Delegation is a key factor in achieving time off. Make sure you hire management and other team members you can trust to run the day to day operations of your business so you won’t worry about work-related issues during personal time off.

Remember, learning how to delegate IS the difference between reaching new heights and burning out. Plus, delegating tasks to other capable employees gives you time to ponder and implement ways to grow your business.

5. Increase Productivity- If your company has even one bad process, it can affect your overall profitability and hinder your ability to accomplish your goals. If you have an out of date inventory management system, for example, you run the risk of losing money from overages and shrinkage.

Inefficient processes may lead to frustrated employees, missed deadlines, lost opportunities, non-compliance, and upset customers, all of which increase costs to the business.

Evaluate your processes to see what’s holding you back. Business processes ensure the smooth operation of any organization and with administrative functions running at peak efficiency, you’ll have more time to focus on growing your business.

6. Stay Current with Technology – SCORE indicates that small and midsized companies that lead in adoption of technology increase annual sales 15% faster than companies that didn’t adopt new technology.

Among other things, technology helps you connect with collaborators and customers, streamline operations, and experiment with new innovation.

According to Fast Company, “There are few barriers to entry in an age where anyone with wireless can cheaply and quickly access the enabling technologies needed to execute their business model.” You just need to create the appropriate operating blueprint that connects the dots between your business model and the application of accessible technologies.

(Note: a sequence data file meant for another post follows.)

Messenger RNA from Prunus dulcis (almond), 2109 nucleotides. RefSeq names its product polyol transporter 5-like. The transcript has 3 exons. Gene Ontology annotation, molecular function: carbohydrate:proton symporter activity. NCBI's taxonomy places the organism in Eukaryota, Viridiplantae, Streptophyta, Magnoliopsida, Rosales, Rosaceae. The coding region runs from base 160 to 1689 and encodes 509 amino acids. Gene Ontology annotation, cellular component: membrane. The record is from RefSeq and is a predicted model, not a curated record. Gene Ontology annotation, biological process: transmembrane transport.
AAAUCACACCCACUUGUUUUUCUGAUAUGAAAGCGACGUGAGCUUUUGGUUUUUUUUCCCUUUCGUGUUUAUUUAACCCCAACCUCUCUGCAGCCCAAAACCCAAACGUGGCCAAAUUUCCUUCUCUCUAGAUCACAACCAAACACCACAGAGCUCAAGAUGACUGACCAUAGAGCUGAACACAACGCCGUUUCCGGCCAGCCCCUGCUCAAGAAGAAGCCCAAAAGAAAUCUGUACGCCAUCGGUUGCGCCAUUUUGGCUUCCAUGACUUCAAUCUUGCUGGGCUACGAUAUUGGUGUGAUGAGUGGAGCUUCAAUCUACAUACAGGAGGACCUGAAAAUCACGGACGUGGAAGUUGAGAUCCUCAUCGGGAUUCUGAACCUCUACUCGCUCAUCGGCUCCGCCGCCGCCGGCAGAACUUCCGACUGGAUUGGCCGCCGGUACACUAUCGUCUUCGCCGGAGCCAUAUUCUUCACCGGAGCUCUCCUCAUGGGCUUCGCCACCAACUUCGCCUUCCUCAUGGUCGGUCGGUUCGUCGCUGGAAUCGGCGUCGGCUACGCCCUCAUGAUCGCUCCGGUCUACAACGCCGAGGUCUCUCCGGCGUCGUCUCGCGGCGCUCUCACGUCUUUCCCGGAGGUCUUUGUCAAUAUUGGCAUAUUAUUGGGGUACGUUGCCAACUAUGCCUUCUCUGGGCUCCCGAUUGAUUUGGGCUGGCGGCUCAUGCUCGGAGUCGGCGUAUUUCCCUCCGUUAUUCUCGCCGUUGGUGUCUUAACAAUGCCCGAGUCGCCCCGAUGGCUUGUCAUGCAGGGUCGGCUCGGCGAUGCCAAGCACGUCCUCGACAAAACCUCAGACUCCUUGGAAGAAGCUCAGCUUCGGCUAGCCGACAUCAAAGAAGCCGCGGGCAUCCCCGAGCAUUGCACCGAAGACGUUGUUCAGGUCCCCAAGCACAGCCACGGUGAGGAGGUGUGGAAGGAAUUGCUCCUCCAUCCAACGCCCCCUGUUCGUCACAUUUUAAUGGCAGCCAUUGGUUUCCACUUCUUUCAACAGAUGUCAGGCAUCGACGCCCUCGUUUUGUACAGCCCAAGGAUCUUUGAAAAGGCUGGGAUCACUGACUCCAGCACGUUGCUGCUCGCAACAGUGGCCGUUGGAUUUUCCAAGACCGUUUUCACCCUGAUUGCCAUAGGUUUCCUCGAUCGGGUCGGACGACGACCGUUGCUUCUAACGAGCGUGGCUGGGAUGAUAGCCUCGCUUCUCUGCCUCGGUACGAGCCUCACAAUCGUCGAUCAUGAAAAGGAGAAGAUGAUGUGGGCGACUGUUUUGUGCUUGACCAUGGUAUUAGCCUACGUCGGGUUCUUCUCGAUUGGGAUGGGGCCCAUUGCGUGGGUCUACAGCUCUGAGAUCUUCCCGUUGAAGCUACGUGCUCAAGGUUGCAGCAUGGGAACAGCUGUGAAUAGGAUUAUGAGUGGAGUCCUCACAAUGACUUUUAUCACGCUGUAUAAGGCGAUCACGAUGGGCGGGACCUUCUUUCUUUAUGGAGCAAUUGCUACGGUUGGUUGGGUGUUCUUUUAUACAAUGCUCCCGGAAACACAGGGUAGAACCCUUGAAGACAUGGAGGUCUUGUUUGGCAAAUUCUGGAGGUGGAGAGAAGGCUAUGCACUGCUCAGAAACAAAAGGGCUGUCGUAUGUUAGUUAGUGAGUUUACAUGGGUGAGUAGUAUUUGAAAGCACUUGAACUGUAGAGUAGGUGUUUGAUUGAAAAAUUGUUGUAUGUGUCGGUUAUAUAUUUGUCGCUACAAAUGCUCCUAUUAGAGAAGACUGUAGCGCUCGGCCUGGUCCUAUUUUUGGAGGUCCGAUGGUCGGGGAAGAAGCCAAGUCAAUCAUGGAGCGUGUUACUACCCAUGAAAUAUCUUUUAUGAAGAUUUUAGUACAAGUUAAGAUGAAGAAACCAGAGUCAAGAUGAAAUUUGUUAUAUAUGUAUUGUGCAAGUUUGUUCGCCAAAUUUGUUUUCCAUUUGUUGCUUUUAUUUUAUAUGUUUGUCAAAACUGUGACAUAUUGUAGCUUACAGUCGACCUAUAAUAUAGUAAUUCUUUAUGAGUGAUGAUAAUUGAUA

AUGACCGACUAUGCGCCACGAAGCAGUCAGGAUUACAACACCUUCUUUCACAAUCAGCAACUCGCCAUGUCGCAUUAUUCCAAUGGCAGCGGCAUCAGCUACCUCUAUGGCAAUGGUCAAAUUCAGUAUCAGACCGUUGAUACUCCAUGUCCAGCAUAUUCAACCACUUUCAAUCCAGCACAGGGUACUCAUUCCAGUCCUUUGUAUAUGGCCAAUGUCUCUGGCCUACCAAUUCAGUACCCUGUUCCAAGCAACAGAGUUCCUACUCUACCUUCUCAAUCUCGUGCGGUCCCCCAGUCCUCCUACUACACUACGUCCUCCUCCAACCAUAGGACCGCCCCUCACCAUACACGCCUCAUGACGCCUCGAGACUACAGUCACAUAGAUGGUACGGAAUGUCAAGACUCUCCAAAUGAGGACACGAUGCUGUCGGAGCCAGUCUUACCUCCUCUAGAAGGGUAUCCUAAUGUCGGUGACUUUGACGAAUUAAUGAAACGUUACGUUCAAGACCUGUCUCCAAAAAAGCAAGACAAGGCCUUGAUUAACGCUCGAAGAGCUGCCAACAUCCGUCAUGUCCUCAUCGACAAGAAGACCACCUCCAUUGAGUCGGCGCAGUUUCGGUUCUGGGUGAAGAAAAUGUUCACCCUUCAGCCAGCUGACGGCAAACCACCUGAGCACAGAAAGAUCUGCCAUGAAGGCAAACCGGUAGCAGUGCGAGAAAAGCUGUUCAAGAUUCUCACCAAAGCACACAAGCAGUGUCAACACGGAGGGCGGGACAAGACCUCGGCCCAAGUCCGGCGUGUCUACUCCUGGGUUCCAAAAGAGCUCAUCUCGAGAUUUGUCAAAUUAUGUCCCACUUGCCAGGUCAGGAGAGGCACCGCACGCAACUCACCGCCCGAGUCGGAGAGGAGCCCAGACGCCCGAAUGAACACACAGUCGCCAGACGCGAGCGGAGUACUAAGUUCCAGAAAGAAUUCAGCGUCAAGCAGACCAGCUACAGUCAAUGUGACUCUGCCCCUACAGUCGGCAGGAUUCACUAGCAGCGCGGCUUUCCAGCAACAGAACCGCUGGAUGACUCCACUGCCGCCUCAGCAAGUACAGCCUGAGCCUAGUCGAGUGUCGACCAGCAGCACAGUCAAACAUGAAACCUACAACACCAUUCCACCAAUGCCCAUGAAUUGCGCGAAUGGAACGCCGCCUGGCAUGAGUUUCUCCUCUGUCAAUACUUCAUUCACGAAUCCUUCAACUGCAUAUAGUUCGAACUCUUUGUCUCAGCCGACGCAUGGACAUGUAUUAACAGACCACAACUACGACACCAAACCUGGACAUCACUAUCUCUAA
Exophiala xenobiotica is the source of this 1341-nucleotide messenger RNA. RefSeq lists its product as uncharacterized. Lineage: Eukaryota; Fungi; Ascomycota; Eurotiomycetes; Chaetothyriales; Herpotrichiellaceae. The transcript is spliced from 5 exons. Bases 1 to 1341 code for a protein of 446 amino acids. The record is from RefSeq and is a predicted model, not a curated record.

Keeping up with technology will help you make better decisions, as well as save money, time and other resources.

7. Embrace Online Marketing – Online marketing can add a new dynamic to promoting your brand, products, and services. As the previous point mentions, the most successful small businesses are those that are willing to explore new outlets provided by innovative technology.

Consistently blending and testing your marketing efforts is a valuable way to discover not only what works but how to better connect with the desired consumers and gauge results.

You don’t have to use ALL marketing avenues at once, just the ones that work best for YOUR business’s marketing goals. Start out with one or two new platforms that align with the way you run your business, and then implement and/or change others gradually.

Sherene Funk is the author of the contemporary romance Autumn in Your Arms and two small business e-books. She is a voracious reader who owns more books than she can ever read in this lifetime. A graduate of Brigham Young University, she worked in advertising for many years before moving to her current writing position at Rain Retail Software. She researches non-stop to see what successful retailers do and loves to share what she learns with small business owners.